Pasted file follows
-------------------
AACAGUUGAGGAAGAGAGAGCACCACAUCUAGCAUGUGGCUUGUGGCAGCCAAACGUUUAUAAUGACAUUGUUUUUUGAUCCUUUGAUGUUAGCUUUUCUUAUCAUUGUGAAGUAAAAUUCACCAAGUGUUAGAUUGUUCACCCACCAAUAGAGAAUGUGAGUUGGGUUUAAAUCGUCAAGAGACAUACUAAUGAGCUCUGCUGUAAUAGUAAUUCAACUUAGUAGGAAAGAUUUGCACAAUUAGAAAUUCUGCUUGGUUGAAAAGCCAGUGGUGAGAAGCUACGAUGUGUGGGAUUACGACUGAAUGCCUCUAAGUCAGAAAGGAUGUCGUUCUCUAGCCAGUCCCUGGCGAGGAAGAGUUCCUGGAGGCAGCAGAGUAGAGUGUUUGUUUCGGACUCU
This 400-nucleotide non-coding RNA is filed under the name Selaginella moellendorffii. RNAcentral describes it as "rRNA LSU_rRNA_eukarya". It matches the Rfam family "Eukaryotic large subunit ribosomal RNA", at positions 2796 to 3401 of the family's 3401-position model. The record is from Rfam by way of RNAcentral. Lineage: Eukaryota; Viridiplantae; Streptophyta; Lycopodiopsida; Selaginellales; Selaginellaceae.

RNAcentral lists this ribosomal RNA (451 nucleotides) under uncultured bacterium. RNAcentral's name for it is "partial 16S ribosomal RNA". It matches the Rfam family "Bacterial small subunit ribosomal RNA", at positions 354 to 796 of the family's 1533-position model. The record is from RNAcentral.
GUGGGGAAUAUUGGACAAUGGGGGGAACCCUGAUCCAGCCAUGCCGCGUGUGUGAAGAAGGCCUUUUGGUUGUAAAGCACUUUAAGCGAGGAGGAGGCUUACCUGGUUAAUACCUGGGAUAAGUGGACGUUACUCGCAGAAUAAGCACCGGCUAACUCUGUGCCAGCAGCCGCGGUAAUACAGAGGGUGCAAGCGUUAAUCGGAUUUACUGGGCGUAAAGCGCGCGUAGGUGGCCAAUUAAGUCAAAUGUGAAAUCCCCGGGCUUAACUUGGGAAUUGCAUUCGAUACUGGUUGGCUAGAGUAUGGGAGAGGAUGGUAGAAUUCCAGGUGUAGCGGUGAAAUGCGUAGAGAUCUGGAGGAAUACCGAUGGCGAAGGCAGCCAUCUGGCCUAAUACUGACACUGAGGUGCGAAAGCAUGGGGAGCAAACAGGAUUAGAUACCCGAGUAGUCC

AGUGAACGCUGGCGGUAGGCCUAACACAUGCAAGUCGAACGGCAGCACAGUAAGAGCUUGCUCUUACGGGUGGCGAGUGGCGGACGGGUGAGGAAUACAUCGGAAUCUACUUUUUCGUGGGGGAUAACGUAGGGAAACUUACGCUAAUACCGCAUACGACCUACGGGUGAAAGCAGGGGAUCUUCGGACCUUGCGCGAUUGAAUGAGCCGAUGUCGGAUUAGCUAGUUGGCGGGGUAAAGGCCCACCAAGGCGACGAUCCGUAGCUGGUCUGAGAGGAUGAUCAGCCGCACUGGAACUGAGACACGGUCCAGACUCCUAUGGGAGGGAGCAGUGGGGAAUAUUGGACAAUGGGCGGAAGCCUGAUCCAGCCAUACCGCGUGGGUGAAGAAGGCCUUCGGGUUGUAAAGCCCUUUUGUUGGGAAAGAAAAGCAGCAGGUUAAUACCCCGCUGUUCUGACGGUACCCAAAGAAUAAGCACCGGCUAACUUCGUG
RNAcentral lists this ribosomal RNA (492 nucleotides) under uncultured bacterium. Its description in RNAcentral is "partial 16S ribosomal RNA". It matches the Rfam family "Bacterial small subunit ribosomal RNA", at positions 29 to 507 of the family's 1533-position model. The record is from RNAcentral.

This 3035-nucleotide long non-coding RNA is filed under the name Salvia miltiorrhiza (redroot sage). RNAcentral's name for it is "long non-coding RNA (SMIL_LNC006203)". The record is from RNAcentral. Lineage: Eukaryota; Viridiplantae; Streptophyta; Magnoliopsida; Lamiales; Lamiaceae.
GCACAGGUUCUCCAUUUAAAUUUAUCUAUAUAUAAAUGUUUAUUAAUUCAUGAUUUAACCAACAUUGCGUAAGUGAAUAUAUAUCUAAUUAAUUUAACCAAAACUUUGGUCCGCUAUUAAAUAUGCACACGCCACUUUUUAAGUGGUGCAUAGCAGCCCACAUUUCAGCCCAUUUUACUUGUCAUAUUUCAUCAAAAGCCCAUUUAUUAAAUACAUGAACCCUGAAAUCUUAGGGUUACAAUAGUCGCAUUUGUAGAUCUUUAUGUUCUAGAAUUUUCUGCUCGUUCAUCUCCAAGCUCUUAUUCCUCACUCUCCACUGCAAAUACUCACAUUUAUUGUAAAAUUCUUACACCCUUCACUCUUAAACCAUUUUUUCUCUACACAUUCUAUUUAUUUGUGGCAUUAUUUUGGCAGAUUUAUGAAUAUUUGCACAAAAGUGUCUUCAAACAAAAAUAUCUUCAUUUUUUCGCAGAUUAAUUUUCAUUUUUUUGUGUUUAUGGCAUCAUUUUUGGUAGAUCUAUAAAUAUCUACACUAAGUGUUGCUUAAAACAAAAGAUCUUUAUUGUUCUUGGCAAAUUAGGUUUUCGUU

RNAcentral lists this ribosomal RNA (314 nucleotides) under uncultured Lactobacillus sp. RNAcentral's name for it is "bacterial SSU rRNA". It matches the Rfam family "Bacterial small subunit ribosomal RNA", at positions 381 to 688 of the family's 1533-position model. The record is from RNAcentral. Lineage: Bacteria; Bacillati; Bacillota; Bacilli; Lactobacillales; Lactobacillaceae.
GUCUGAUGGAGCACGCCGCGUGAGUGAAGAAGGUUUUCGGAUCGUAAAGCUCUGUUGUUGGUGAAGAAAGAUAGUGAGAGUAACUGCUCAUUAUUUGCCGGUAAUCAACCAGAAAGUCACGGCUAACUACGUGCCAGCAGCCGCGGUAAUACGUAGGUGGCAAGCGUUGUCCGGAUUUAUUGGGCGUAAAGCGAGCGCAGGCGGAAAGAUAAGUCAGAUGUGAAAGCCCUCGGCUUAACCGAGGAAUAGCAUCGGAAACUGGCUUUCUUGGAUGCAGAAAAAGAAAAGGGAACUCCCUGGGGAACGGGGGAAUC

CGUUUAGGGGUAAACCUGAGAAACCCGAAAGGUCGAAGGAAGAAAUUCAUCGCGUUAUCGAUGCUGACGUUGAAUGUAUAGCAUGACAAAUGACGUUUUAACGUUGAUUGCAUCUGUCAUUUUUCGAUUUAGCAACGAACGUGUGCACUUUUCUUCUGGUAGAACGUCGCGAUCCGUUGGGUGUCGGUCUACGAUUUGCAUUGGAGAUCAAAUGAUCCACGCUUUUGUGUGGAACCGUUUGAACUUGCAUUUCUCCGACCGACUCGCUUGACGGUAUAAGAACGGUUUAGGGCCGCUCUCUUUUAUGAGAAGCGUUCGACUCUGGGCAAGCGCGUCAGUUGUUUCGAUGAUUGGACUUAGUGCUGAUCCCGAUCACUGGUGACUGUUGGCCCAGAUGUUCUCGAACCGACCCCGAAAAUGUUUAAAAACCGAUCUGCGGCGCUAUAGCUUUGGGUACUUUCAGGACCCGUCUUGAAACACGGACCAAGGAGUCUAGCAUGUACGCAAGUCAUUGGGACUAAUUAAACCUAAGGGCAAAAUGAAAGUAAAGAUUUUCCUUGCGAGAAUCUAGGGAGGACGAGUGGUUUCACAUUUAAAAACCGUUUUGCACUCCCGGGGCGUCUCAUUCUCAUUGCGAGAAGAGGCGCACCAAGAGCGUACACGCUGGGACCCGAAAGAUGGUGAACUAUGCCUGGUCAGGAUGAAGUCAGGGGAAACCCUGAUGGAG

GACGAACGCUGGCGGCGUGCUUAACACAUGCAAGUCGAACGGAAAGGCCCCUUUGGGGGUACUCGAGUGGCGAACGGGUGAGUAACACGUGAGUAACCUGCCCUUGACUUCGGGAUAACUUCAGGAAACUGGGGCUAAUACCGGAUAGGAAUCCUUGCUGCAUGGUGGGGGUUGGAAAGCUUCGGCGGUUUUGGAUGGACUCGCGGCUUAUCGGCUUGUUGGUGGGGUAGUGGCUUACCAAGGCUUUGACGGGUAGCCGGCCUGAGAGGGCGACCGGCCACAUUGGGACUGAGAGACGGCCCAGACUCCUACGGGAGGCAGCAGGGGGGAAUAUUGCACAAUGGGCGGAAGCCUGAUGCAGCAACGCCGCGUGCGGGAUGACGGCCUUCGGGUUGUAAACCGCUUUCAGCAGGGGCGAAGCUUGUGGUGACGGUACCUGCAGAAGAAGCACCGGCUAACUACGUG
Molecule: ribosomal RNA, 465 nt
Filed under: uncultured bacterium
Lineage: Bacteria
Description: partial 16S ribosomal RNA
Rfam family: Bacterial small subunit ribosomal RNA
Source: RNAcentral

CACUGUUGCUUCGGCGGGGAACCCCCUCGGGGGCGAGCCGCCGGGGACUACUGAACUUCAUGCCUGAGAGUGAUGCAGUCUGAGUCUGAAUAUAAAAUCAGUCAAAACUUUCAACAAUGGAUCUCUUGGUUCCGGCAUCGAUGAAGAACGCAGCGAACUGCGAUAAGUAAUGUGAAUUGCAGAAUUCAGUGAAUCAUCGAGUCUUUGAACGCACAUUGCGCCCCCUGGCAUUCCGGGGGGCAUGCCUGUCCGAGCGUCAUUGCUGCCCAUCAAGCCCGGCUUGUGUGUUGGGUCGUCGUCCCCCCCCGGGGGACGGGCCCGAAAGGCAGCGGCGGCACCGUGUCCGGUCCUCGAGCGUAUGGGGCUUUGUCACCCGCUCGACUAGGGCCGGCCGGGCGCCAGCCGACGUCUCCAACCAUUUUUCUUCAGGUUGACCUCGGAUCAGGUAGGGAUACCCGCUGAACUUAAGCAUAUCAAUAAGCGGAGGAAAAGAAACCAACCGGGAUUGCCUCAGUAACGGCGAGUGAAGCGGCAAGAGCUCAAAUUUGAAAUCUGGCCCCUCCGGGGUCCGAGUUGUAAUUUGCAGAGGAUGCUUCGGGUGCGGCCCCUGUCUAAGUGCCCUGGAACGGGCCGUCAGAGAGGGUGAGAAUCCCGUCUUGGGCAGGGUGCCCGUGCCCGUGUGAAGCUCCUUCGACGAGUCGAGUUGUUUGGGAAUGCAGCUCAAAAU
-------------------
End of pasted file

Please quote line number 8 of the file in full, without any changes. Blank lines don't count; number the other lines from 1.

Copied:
GCACAGGUUCUCCAUUUAAAUUUAUCUAUAUAUAAAUGUUUAUUAAUUCAUGAUUUAACCAACAUUGCGUAAGUGAAUAUAUAUCUAAUUAAUUUAACCAAAACUUUGGUCCGCUAUUAAAUAUGCACACGCCACUUUUUAAGUGGUGCAUAGCAGCCCACAUUUCAGCCCAUUUUACUUGUCAUAUUUCAUCAAAAGCCCAUUUAUUAAAUACAUGAACCCUGAAAUCUUAGGGUUACAAUAGUCGCAUUUGUAGAUCUUUAUGUUCUAGAAUUUUCUGCUCGUUCAUCUCCAAGCUCUUAUUCCUCACUCUCCACUGCAAAUACUCACAUUUAUUGUAAAAUUCUUACACCCUUCACUCUUAAACCAUUUUUUCUCUACACAUUCUAUUUAUUUGUGGCAUUAUUUUGGCAGAUUUAUGAAUAUUUGCACAAAAGUGUCUUCAAACAAAAAUAUCUUCAUUUUUUCGCAGAUUAAUUUUCAUUUUUUUGUGUUUAUGGCAUCAUUUUUGGUAGAUCUAUAAAUAUCUACACUAAGUGUUGCUUAAAACAAAAGAUCUUUAUUGUUCUUGGCAAAUUAGGUUUUCGUU